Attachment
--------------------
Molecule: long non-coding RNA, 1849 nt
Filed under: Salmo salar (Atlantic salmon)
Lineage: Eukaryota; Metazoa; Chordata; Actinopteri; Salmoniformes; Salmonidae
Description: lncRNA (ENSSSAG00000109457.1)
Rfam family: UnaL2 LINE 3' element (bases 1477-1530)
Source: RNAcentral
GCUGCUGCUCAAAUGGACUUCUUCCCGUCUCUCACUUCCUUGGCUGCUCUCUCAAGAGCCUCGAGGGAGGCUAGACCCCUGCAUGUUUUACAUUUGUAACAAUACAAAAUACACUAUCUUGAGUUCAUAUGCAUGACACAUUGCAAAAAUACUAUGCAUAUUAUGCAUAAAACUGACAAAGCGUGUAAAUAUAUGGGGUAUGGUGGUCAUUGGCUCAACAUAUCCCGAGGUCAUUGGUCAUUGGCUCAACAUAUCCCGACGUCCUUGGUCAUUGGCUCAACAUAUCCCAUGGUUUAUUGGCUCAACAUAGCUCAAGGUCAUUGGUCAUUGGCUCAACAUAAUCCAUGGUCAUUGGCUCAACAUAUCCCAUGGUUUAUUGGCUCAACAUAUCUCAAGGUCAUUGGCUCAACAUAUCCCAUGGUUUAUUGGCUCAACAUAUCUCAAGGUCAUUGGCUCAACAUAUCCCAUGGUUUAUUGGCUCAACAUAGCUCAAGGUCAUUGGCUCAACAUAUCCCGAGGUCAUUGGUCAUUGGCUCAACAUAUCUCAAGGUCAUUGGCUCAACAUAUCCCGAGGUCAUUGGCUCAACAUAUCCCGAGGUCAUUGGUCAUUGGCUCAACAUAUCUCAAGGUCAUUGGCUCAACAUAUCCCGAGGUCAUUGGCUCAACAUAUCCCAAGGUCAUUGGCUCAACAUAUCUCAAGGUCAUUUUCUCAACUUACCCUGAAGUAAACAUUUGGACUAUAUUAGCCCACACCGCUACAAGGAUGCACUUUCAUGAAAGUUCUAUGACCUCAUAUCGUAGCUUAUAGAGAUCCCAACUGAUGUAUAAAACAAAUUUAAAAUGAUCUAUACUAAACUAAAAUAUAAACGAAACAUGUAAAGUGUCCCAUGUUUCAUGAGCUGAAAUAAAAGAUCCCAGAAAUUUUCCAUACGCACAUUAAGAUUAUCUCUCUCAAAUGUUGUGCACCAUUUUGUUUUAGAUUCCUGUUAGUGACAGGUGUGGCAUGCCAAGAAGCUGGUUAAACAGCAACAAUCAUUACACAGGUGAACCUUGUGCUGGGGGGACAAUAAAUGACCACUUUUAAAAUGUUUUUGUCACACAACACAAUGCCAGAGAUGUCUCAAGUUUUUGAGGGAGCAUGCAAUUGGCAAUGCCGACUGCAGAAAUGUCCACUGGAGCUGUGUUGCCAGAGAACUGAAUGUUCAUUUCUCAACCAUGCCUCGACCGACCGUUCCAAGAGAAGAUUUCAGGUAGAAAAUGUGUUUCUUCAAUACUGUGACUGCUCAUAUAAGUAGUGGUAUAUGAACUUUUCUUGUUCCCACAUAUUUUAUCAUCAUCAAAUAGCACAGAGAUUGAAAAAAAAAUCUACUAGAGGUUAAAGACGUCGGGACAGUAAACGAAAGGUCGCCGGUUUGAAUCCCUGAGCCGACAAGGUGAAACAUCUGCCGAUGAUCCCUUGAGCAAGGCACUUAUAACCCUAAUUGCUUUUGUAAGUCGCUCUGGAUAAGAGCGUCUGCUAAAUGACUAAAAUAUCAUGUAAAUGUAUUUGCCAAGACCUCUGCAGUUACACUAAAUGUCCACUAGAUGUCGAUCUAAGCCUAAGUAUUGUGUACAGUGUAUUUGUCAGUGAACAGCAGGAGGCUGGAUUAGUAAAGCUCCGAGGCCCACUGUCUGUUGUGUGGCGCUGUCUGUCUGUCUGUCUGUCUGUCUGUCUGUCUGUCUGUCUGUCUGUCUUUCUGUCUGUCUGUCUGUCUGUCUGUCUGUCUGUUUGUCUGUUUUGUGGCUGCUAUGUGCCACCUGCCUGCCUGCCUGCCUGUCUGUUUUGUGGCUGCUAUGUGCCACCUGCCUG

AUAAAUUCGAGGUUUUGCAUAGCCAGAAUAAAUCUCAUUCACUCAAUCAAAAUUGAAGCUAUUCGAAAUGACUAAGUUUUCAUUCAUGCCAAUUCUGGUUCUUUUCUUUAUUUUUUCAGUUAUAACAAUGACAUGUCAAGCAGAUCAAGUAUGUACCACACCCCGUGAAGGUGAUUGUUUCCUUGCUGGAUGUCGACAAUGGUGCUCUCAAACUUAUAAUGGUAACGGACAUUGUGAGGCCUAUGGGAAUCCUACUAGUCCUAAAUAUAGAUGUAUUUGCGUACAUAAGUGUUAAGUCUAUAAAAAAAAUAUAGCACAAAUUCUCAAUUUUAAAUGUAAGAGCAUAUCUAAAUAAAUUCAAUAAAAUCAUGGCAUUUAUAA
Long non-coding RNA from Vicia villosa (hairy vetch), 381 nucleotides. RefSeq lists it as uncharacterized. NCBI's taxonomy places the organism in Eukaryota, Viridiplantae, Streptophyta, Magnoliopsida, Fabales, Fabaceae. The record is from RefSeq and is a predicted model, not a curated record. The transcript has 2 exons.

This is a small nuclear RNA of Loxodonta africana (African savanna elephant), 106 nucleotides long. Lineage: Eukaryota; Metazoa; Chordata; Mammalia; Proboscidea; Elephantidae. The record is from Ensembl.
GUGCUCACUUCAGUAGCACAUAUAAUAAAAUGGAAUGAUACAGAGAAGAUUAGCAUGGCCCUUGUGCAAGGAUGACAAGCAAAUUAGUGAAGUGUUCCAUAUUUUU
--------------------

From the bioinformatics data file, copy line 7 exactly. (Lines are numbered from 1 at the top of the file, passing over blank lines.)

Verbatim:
GCUGCUGCUCAAAUGGACUUCUUCCCGUCUCUCACUUCCUUGGCUGCUCUCUCAAGAGCCUCGAGGGAGGCUAGACCCCUGCAUGUUUUACAUUUGUAACAAUACAAAAUACACUAUCUUGAGUUCAUAUGCAUGACACAUUGCAAAAAUACUAUGCAUAUUAUGCAUAAAACUGACAAAGCGUGUAAAUAUAUGGGGUAUGGUGGUCAUUGGCUCAACAUAUCCCGAGGUCAUUGGUCAUUGGCUCAACAUAUCCCGACGUCCUUGGUCAUUGGCUCAACAUAUCCCAUGGUUUAUUGGCUCAACAUAGCUCAAGGUCAUUGGUCAUUGGCUCAACAUAAUCCAUGGUCAUUGGCUCAACAUAUCCCAUGGUUUAUUGGCUCAACAUAUCUCAAGGUCAUUGGCUCAACAUAUCCCAUGGUUUAUUGGCUCAACAUAUCUCAAGGUCAUUGGCUCAACAUAUCCCAUGGUUUAUUGGCUCAACAUAGCUCAAGGUCAUUGGCUCAACAUAUCCCGAGGUCAUUGGUCAUUGGCUCAACAUAUCUCAAGGUCAUUGGCUCAACAUAUCCCGAGGUCAUUGGCUCAACAUAUCCCGAGGUCAUUGGUCAUUGGCUCAACAUAUCUCAAGGUCAUUGGCUCAACAUAUCCCGAGGUCAUUGGCUCAACAUAUCCCAAGGUCAUUGGCUCAACAUAUCUCAAGGUCAUUUUCUCAACUUACCCUGAAGUAAACAUUUGGACUAUAUUAGCCCACACCGCUACAAGGAUGCACUUUCAUGAAAGUUCUAUGACCUCAUAUCGUAGCUUAUAGAGAUCCCAACUGAUGUAUAAAACAAAUUUAAAAUGAUCUAUACUAAACUAAAAUAUAAACGAAACAUGUAAAGUGUCCCAUGUUUCAUGAGCUGAAAUAAAAGAUCCCAGAAAUUUUCCAUACGCACAUUAAGAUUAUCUCUCUCAAAUGUUGUGCACCAUUUUGUUUUAGAUUCCUGUUAGUGACAGGUGUGGCAUGCCAAGAAGCUGGUUAAACAGCAACAAUCAUUACACAGGUGAACCUUGUGCUGGGGGGACAAUAAAUGACCACUUUUAAAAUGUUUUUGUCACACAACACAAUGCCAGAGAUGUCUCAAGUUUUUGAGGGAGCAUGCAAUUGGCAAUGCCGACUGCAGAAAUGUCCACUGGAGCUGUGUUGCCAGAGAACUGAAUGUUCAUUUCUCAACCAUGCCUCGACCGACCGUUCCAAGAGAAGAUUUCAGGUAGAAAAUGUGUUUCUUCAAUACUGUGACUGCUCAUAUAAGUAGUGGUAUAUGAACUUUUCUUGUUCCCACAUAUUUUAUCAUCAUCAAAUAGCACAGAGAUUGAAAAAAAAAUCUACUAGAGGUUAAAGACGUCGGGACAGUAAACGAAAGGUCGCCGGUUUGAAUCCCUGAGCCGACAAGGUGAAACAUCUGCCGAUGAUCCCUUGAGCAAGGCACUUAUAACCCUAAUUGCUUUUGUAAGUCGCUCUGGAUAAGAGCGUCUGCUAAAUGACUAAAAUAUCAUGUAAAUGUAUUUGCCAAGACCUCUGCAGUUACACUAAAUGUCCACUAGAUGUCGAUCUAAGCCUAAGUAUUGUGUACAGUGUAUUUGUCAGUGAACAGCAGGAGGCUGGAUUAGUAAAGCUCCGAGGCCCACUGUCUGUUGUGUGGCGCUGUCUGUCUGUCUGUCUGUCUGUCUGUCUGUCUGUCUGUCUGUCUGUCUUUCUGUCUGUCUGUCUGUCUGUCUGUCUGUCUGUUUGUCUGUUUUGUGGCUGCUAUGUGCCACCUGCCUGCCUGCCUGCCUGUCUGUUUUGUGGCUGCUAUGUGCCACCUGCCUG